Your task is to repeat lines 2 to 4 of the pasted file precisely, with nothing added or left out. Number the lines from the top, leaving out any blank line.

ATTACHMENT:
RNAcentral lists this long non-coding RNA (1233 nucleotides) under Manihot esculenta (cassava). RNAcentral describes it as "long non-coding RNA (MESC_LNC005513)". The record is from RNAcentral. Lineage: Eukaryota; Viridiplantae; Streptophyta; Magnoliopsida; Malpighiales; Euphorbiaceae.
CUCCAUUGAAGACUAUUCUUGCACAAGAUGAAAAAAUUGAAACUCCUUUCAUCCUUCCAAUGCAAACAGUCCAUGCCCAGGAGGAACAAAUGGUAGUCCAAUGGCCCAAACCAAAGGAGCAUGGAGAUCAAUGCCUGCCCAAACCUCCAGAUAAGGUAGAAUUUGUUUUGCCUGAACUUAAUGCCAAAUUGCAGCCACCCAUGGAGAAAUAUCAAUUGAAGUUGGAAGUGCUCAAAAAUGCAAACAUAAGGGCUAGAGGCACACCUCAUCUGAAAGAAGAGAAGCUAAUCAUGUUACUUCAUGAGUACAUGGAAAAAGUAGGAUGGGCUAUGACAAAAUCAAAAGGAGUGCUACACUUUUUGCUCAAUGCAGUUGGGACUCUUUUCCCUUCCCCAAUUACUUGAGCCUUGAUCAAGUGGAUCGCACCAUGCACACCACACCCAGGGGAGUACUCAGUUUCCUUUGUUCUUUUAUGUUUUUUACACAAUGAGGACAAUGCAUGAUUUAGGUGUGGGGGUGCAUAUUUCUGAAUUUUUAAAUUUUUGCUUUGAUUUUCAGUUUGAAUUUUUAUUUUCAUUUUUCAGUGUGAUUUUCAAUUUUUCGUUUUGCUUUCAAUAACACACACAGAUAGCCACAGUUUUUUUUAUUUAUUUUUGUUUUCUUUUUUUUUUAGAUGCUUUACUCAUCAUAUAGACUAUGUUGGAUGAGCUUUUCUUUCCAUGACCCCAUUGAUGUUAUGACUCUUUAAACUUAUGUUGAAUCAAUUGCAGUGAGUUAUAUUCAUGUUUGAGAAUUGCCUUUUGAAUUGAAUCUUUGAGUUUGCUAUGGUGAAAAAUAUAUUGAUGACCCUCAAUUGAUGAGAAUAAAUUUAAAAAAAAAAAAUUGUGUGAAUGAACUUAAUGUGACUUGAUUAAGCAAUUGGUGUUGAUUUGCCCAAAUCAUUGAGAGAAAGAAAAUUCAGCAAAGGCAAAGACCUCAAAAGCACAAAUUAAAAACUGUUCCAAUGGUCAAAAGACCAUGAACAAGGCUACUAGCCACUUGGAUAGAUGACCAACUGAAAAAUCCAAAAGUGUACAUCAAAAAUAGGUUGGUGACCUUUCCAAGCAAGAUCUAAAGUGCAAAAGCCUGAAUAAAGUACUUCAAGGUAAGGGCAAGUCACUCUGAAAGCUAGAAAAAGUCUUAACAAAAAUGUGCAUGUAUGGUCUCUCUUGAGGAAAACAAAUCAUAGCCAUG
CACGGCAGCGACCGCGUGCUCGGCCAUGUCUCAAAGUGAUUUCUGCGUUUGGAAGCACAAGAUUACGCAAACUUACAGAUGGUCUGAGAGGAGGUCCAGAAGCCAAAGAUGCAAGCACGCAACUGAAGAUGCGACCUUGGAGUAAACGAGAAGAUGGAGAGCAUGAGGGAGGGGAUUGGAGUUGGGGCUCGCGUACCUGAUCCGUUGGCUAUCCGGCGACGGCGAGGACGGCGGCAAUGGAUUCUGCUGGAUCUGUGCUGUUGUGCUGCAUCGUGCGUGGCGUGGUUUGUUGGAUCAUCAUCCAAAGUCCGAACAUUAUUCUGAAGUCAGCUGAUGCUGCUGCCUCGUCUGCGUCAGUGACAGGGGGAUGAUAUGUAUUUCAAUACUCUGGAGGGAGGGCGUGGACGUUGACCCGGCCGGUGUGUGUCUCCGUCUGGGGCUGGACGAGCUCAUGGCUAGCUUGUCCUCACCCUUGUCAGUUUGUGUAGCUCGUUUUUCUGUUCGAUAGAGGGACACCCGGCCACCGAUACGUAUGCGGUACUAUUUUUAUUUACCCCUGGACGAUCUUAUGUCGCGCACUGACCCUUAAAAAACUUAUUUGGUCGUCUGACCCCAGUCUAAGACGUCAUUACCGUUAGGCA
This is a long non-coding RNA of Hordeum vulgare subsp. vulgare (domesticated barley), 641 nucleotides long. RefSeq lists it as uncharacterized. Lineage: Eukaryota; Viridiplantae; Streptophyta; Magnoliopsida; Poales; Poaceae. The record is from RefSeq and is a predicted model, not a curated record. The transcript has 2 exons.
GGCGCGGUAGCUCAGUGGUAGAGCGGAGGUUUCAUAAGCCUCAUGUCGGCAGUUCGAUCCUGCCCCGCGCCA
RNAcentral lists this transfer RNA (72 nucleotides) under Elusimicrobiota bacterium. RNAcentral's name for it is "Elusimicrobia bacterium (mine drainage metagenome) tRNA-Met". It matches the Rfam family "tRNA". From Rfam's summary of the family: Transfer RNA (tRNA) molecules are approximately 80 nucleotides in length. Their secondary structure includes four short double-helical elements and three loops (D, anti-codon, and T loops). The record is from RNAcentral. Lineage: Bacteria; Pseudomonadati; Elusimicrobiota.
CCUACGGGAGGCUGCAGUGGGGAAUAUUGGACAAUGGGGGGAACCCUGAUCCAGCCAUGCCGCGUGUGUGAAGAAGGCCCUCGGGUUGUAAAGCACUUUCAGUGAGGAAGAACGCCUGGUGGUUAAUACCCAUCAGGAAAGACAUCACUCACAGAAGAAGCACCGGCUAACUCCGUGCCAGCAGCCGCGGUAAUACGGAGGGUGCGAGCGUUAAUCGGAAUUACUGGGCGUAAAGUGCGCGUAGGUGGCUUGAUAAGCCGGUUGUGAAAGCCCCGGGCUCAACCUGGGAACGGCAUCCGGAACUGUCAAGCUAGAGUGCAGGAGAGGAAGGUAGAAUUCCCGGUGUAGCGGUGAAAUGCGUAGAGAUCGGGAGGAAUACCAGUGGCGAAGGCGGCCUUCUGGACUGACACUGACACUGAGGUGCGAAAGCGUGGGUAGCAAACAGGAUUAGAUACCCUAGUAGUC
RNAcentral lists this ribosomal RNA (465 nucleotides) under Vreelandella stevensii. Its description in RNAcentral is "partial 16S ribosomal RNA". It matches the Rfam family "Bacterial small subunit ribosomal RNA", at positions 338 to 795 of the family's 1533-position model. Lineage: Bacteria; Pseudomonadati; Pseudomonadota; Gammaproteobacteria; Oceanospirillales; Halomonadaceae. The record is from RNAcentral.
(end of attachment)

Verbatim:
CUCCAUUGAAGACUAUUCUUGCACAAGAUGAAAAAAUUGAAACUCCUUUCAUCCUUCCAAUGCAAACAGUCCAUGCCCAGGAGGAACAAAUGGUAGUCCAAUGGCCCAAACCAAAGGAGCAUGGAGAUCAAUGCCUGCCCAAACCUCCAGAUAAGGUAGAAUUUGUUUUGCCUGAACUUAAUGCCAAAUUGCAGCCACCCAUGGAGAAAUAUCAAUUGAAGUUGGAAGUGCUCAAAAAUGCAAACAUAAGGGCUAGAGGCACACCUCAUCUGAAAGAAGAGAAGCUAAUCAUGUUACUUCAUGAGUACAUGGAAAAAGUAGGAUGGGCUAUGACAAAAUCAAAAGGAGUGCUACACUUUUUGCUCAAUGCAGUUGGGACUCUUUUCCCUUCCCCAAUUACUUGAGCCUUGAUCAAGUGGAUCGCACCAUGCACACCACACCCAGGGGAGUACUCAGUUUCCUUUGUUCUUUUAUGUUUUUUACACAAUGAGGACAAUGCAUGAUUUAGGUGUGGGGGUGCAUAUUUCUGAAUUUUUAAAUUUUUGCUUUGAUUUUCAGUUUGAAUUUUUAUUUUCAUUUUUCAGUGUGAUUUUCAAUUUUUCGUUUUGCUUUCAAUAACACACACAGAUAGCCACAGUUUUUUUUAUUUAUUUUUGUUUUCUUUUUUUUUUAGAUGCUUUACUCAUCAUAUAGACUAUGUUGGAUGAGCUUUUCUUUCCAUGACCCCAUUGAUGUUAUGACUCUUUAAACUUAUGUUGAAUCAAUUGCAGUGAGUUAUAUUCAUGUUUGAGAAUUGCCUUUUGAAUUGAAUCUUUGAGUUUGCUAUGGUGAAAAAUAUAUUGAUGACCCUCAAUUGAUGAGAAUAAAUUUAAAAAAAAAAAAUUGUGUGAAUGAACUUAAUGUGACUUGAUUAAGCAAUUGGUGUUGAUUUGCCCAAAUCAUUGAGAGAAAGAAAAUUCAGCAAAGGCAAAGACCUCAAAAGCACAAAUUAAAAACUGUUCCAAUGGUCAAAAGACCAUGAACAAGGCUACUAGCCACUUGGAUAGAUGACCAACUGAAAAAUCCAAAAGUGUACAUCAAAAAUAGGUUGGUGACCUUUCCAAGCAAGAUCUAAAGUGCAAAAGCCUGAAUAAAGUACUUCAAGGUAAGGGCAAGUCACUCUGAAAGCUAGAAAAAGUCUUAACAAAAAUGUGCAUGUAUGGUCUCUCUUGAGGAAAACAAAUCAUAGCCAUG
CACGGCAGCGACCGCGUGCUCGGCCAUGUCUCAAAGUGAUUUCUGCGUUUGGAAGCACAAGAUUACGCAAACUUACAGAUGGUCUGAGAGGAGGUCCAGAAGCCAAAGAUGCAAGCACGCAACUGAAGAUGCGACCUUGGAGUAAACGAGAAGAUGGAGAGCAUGAGGGAGGGGAUUGGAGUUGGGGCUCGCGUACCUGAUCCGUUGGCUAUCCGGCGACGGCGAGGACGGCGGCAAUGGAUUCUGCUGGAUCUGUGCUGUUGUGCUGCAUCGUGCGUGGCGUGGUUUGUUGGAUCAUCAUCCAAAGUCCGAACAUUAUUCUGAAGUCAGCUGAUGCUGCUGCCUCGUCUGCGUCAGUGACAGGGGGAUGAUAUGUAUUUCAAUACUCUGGAGGGAGGGCGUGGACGUUGACCCGGCCGGUGUGUGUCUCCGUCUGGGGCUGGACGAGCUCAUGGCUAGCUUGUCCUCACCCUUGUCAGUUUGUGUAGCUCGUUUUUCUGUUCGAUAGAGGGACACCCGGCCACCGAUACGUAUGCGGUACUAUUUUUAUUUACCCCUGGACGAUCUUAUGUCGCGCACUGACCCUUAAAAAACUUAUUUGGUCGUCUGACCCCAGUCUAAGACGUCAUUACCGUUAGGCA
This is a long non-coding RNA of Hordeum vulgare subsp. vulgare (domesticated barley), 641 nucleotides long. RefSeq lists it as uncharacterized. Lineage: Eukaryota; Viridiplantae; Streptophyta; Magnoliopsida; Poales; Poaceae. The record is from RefSeq and is a predicted model, not a curated record. The transcript has 2 exons.